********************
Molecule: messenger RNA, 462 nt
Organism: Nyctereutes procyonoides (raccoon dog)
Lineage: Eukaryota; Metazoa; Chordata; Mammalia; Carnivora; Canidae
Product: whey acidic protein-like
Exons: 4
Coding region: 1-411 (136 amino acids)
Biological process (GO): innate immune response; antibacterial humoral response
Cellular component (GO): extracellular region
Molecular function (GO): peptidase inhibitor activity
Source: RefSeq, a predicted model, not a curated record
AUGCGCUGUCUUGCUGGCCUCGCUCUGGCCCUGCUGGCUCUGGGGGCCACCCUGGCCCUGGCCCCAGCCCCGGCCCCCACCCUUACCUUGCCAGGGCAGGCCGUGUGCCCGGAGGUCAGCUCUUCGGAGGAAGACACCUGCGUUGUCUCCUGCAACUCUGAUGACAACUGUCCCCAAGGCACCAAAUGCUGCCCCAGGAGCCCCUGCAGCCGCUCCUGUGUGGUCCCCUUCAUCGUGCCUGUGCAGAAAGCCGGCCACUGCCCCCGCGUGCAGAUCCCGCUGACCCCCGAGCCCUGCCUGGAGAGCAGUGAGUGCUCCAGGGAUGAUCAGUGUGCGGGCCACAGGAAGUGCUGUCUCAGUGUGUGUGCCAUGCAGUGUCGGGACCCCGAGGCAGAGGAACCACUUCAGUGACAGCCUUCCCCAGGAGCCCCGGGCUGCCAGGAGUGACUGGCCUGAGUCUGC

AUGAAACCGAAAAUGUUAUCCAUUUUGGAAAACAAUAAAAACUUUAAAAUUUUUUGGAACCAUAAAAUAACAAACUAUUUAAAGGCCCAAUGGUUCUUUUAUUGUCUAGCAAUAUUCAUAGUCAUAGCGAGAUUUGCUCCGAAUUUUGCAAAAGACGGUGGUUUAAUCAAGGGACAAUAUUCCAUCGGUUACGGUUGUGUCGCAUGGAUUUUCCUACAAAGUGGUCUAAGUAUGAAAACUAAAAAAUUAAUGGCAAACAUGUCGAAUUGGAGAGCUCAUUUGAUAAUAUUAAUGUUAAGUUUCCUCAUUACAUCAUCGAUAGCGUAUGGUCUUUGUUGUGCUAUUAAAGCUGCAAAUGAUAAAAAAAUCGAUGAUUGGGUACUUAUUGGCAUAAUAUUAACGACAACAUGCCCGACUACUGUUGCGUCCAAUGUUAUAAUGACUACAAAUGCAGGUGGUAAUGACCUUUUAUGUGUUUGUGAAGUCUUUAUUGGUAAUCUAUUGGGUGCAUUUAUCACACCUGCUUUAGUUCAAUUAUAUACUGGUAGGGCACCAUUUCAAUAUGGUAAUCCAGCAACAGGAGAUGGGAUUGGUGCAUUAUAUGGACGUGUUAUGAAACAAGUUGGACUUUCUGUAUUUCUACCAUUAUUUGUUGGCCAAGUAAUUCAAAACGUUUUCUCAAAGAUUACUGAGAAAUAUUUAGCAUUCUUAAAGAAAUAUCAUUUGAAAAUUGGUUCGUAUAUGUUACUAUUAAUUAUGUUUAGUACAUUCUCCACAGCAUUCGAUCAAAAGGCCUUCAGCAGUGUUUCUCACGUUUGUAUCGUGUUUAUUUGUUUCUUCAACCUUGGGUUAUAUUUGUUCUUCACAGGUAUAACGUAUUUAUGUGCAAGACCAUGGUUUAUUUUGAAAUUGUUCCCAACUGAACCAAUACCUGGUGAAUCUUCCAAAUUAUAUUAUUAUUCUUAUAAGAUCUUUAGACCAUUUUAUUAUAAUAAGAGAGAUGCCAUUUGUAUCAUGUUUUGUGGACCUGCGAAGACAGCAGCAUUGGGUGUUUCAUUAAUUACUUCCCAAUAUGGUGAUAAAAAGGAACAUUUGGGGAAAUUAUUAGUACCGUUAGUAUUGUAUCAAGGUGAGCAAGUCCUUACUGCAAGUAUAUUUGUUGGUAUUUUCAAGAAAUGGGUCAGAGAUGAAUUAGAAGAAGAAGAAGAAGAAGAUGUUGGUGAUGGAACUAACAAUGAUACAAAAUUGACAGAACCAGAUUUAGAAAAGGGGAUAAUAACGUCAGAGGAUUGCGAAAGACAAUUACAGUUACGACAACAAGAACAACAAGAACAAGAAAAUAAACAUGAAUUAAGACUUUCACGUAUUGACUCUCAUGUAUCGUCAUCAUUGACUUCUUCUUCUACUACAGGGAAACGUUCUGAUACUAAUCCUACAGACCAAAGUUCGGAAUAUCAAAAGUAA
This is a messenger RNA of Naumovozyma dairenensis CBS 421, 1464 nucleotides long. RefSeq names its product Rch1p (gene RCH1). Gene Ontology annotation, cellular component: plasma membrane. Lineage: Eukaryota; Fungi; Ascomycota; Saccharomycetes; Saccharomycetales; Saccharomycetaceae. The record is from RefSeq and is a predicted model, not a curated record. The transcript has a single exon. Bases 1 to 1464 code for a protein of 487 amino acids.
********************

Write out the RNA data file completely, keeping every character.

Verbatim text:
Molecule: messenger RNA, 462 nt
Organism: Nyctereutes procyonoides (raccoon dog)
Lineage: Eukaryota; Metazoa; Chordata; Mammalia; Carnivora; Canidae
Product: whey acidic protein-like
Exons: 4
Coding region: 1-411 (136 amino acids)
Biological process (GO): innate immune response; antibacterial humoral response
Cellular component (GO): extracellular region
Molecular function (GO): peptidase inhibitor activity
Source: RefSeq, a predicted model, not a curated record
AUGCGCUGUCUUGCUGGCCUCGCUCUGGCCCUGCUGGCUCUGGGGGCCACCCUGGCCCUGGCCCCAGCCCCGGCCCCCACCCUUACCUUGCCAGGGCAGGCCGUGUGCCCGGAGGUCAGCUCUUCGGAGGAAGACACCUGCGUUGUCUCCUGCAACUCUGAUGACAACUGUCCCCAAGGCACCAAAUGCUGCCCCAGGAGCCCCUGCAGCCGCUCCUGUGUGGUCCCCUUCAUCGUGCCUGUGCAGAAAGCCGGCCACUGCCCCCGCGUGCAGAUCCCGCUGACCCCCGAGCCCUGCCUGGAGAGCAGUGAGUGCUCCAGGGAUGAUCAGUGUGCGGGCCACAGGAAGUGCUGUCUCAGUGUGUGUGCCAUGCAGUGUCGGGACCCCGAGGCAGAGGAACCACUUCAGUGACAGCCUUCCCCAGGAGCCCCGGGCUGCCAGGAGUGACUGGCCUGAGUCUGC

AUGAAACCGAAAAUGUUAUCCAUUUUGGAAAACAAUAAAAACUUUAAAAUUUUUUGGAACCAUAAAAUAACAAACUAUUUAAAGGCCCAAUGGUUCUUUUAUUGUCUAGCAAUAUUCAUAGUCAUAGCGAGAUUUGCUCCGAAUUUUGCAAAAGACGGUGGUUUAAUCAAGGGACAAUAUUCCAUCGGUUACGGUUGUGUCGCAUGGAUUUUCCUACAAAGUGGUCUAAGUAUGAAAACUAAAAAAUUAAUGGCAAACAUGUCGAAUUGGAGAGCUCAUUUGAUAAUAUUAAUGUUAAGUUUCCUCAUUACAUCAUCGAUAGCGUAUGGUCUUUGUUGUGCUAUUAAAGCUGCAAAUGAUAAAAAAAUCGAUGAUUGGGUACUUAUUGGCAUAAUAUUAACGACAACAUGCCCGACUACUGUUGCGUCCAAUGUUAUAAUGACUACAAAUGCAGGUGGUAAUGACCUUUUAUGUGUUUGUGAAGUCUUUAUUGGUAAUCUAUUGGGUGCAUUUAUCACACCUGCUUUAGUUCAAUUAUAUACUGGUAGGGCACCAUUUCAAUAUGGUAAUCCAGCAACAGGAGAUGGGAUUGGUGCAUUAUAUGGACGUGUUAUGAAACAAGUUGGACUUUCUGUAUUUCUACCAUUAUUUGUUGGCCAAGUAAUUCAAAACGUUUUCUCAAAGAUUACUGAGAAAUAUUUAGCAUUCUUAAAGAAAUAUCAUUUGAAAAUUGGUUCGUAUAUGUUACUAUUAAUUAUGUUUAGUACAUUCUCCACAGCAUUCGAUCAAAAGGCCUUCAGCAGUGUUUCUCACGUUUGUAUCGUGUUUAUUUGUUUCUUCAACCUUGGGUUAUAUUUGUUCUUCACAGGUAUAACGUAUUUAUGUGCAAGACCAUGGUUUAUUUUGAAAUUGUUCCCAACUGAACCAAUACCUGGUGAAUCUUCCAAAUUAUAUUAUUAUUCUUAUAAGAUCUUUAGACCAUUUUAUUAUAAUAAGAGAGAUGCCAUUUGUAUCAUGUUUUGUGGACCUGCGAAGACAGCAGCAUUGGGUGUUUCAUUAAUUACUUCCCAAUAUGGUGAUAAAAAGGAACAUUUGGGGAAAUUAUUAGUACCGUUAGUAUUGUAUCAAGGUGAGCAAGUCCUUACUGCAAGUAUAUUUGUUGGUAUUUUCAAGAAAUGGGUCAGAGAUGAAUUAGAAGAAGAAGAAGAAGAAGAUGUUGGUGAUGGAACUAACAAUGAUACAAAAUUGACAGAACCAGAUUUAGAAAAGGGGAUAAUAACGUCAGAGGAUUGCGAAAGACAAUUACAGUUACGACAACAAGAACAACAAGAACAAGAAAAUAAACAUGAAUUAAGACUUUCACGUAUUGACUCUCAUGUAUCGUCAUCAUUGACUUCUUCUUCUACUACAGGGAAACGUUCUGAUACUAAUCCUACAGACCAAAGUUCGGAAUAUCAAAAGUAA
This is a messenger RNA of Naumovozyma dairenensis CBS 421, 1464 nucleotides long. RefSeq names its product Rch1p (gene RCH1). Gene Ontology annotation, cellular component: plasma membrane. Lineage: Eukaryota; Fungi; Ascomycota; Saccharomycetes; Saccharomycetales; Saccharomycetaceae. The record is from RefSeq and is a predicted model, not a curated record. The transcript has a single exon. Bases 1 to 1464 code for a protein of 487 amino acids.